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Mac Malware Guide : How do I protect myself?
Published June 17th, 2012 at 8:50 PM EST, modified February 20th, 2013 at 8:12 AM EST
Protecting yourself, whether you use AV software or not, is the most important aspect of avoiding malware. The biggest part of that is keeping up with updates, not only for your system but for all your software. Security vulnerabilities are being found and fixed by software companies all the time. These vulnerabilities often provide ways for hackers to take advantage of weak points in the system or in an app to install something on your machine. One would think that, once an update had been released to close these security holes, hackers would abandon any attempt to take advantage of them, but data has shown this not to be the case. Such updates actually provide hackers with a precise method to use to strike at machines that have not been updated. Since many people never install updates, hackers know they can continue to use those vulnerabilities long after they have been patched.
For example, the Flashback malware took advantage (initially) of vulnerabilities that had already been patched. Similarly, a Microsoft Office vulnerability that had been fixed by an update in late 2009 was taken advantage of by malware (Sabpab) that first appeared in early 2012. So install updates! If you don’t, you’re keeping vulnerabilities that the bad guys have been made aware of and may exploit.
Be wary of Java
Java applets can also obtain deeper access to your system through an official-looking request like the one shown at right. Many users will not understand what they are being asked to approve, and due to the nature of the request, and the fact that it sounds like you’re granting access to something from Apple. Although this technically qualifies as trojan behavior, it is far more dangerous than the usual trojans, which require the user to download and then run something.
Because of these problems with Java, I highly recommend not installing Java in the first place on a Mac running Mac OS X 10.7 (Lion) or 10.8 (Mountain Lion). On older systems, Java should be disabled in the web browser. In Safari, this is done by unchecking Enable Java in the Security pane of the preferences window (accessed by choosing Preferences from the Safari menu):
In Firefox, select Add-ons from the Tools menu, and in the Plugins pane, disable anything related to Java:
If you cannot disable Java in your web browser for some reason – for example, if your work requires Java or you’re a hopeless Runescape addict – then my advice is to keep it turned off except when you are visiting sites that you absolutely need Java for, and that you trust. Of course, that could require lots of trips to the preferences in your browser to turn Java on and off. It may be more convenient to use a secondary browser. Keep Java turned on in one browser and use it only for trusted sites that require Java. Use your other browser for all other sites.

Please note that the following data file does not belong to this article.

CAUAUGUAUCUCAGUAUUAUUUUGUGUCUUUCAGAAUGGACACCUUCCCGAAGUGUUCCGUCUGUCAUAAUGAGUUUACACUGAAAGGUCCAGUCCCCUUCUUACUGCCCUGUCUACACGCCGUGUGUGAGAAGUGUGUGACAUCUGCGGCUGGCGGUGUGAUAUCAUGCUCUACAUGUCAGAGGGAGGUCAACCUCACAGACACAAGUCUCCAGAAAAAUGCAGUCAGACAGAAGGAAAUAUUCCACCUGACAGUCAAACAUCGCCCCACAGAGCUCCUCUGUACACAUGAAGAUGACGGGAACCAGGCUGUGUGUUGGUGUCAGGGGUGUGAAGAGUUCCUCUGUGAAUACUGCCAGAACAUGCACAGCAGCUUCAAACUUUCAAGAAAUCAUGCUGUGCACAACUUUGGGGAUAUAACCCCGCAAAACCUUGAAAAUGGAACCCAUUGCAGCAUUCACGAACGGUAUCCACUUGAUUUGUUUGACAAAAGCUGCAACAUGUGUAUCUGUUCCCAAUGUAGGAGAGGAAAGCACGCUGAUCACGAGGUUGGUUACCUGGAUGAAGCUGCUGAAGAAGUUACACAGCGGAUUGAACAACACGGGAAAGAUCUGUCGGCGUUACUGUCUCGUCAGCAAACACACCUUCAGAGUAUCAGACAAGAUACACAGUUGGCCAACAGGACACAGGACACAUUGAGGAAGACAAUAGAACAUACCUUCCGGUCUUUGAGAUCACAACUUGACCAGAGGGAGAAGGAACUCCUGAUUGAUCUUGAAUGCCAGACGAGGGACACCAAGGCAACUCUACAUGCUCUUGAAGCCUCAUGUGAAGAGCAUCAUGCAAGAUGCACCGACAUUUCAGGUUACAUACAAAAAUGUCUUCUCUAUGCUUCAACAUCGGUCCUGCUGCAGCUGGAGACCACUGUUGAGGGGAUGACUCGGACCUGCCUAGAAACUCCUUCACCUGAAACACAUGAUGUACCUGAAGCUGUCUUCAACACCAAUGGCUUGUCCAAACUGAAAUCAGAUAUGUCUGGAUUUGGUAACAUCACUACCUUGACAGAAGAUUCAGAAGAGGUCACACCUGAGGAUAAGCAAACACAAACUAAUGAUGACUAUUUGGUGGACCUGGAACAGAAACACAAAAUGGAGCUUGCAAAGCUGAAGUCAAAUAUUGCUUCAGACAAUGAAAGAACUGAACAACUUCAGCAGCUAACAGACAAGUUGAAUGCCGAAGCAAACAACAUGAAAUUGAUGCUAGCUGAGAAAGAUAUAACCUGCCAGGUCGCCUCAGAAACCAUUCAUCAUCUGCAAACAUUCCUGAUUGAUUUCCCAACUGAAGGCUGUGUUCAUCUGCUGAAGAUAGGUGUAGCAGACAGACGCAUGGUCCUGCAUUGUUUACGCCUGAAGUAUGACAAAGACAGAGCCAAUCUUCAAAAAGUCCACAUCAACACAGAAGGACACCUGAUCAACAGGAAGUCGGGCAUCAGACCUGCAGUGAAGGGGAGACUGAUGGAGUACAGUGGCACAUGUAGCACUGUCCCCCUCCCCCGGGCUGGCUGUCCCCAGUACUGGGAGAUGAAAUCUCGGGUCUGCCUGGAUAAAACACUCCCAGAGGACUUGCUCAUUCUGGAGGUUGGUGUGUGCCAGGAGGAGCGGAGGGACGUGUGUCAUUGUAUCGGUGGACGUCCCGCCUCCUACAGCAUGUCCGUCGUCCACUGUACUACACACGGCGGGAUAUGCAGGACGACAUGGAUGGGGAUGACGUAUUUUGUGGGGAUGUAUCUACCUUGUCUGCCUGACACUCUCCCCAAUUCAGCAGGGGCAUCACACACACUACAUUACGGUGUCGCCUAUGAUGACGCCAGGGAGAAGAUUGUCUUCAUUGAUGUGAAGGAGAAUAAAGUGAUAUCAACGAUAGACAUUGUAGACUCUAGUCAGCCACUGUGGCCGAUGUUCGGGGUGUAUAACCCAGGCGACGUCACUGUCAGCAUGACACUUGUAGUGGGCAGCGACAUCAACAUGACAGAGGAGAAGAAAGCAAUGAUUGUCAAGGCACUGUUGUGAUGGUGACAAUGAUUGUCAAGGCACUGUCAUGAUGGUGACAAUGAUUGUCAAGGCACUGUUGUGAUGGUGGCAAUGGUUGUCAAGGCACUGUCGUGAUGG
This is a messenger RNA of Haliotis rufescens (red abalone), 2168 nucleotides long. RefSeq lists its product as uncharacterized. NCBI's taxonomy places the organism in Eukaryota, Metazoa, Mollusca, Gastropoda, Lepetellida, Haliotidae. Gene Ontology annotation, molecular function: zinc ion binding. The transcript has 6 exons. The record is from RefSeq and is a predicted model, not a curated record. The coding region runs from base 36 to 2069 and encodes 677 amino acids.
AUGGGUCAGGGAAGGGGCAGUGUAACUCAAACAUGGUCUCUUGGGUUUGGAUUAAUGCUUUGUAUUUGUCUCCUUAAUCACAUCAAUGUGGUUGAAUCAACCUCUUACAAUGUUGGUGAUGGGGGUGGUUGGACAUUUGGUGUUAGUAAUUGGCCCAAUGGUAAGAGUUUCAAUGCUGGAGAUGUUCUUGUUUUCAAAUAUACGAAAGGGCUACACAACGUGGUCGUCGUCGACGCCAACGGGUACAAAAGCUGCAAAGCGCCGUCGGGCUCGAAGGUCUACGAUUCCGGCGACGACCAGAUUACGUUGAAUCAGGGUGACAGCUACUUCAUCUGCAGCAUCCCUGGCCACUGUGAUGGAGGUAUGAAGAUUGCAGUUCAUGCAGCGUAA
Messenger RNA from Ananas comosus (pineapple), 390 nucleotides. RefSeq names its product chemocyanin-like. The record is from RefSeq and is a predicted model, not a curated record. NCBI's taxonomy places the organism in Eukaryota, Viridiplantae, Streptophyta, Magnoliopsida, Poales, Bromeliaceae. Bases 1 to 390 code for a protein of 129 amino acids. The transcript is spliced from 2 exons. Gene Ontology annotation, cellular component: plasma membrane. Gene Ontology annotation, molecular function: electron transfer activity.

For more about using Java safely, see Using Java in Mac OS X.
Other troublesome web technologies
Flash is another issue, as there are always Flash-based exploits going around. Most of the time, these exploits have only affected Windows machines, but they have also been used to infect Macs. For this reason – well, and also because I just hate Flash – I always recommend blocking Flash on a site-by-site basis. In Safari, the ClickToFlash extension can be used to block unwanted Flash content, loading it only when requested by the user. For Safari 5.1 or later, get Marc Hoyois’ ClickToFlash extension. For older versions of Safari, use the older ClickToFlash plug-in. Alternately, using Chrome could be greatly beneficial, as Chrome has similar “click to play” functionality built-in and wraps Flash in an additional sandbox, making it more secure.
Beyond the issues mentioned above, you should maintain a healthy skepticism to protect yourself against more mundane trojans. In particular, don’t open any application from an unknown source. Okay, I hear you, you’re not sure what the difference is between a known and unknown source. The following are examples of an unknown, and possibly untrustworthy, source:
- Anything from a web site claiming you have viruses (a web site cannot scan your machine for malware!)
- E-mail attachments from someone you don’t know
- E-mail attachments from someone you know, but who you also know has absolutely no judgement about what they would open
- E-mail attachments from someone you know that you were not expecting
- Anything sent to you via online means other than e-mail (messaging software, web forums, etc) from someone you don’t know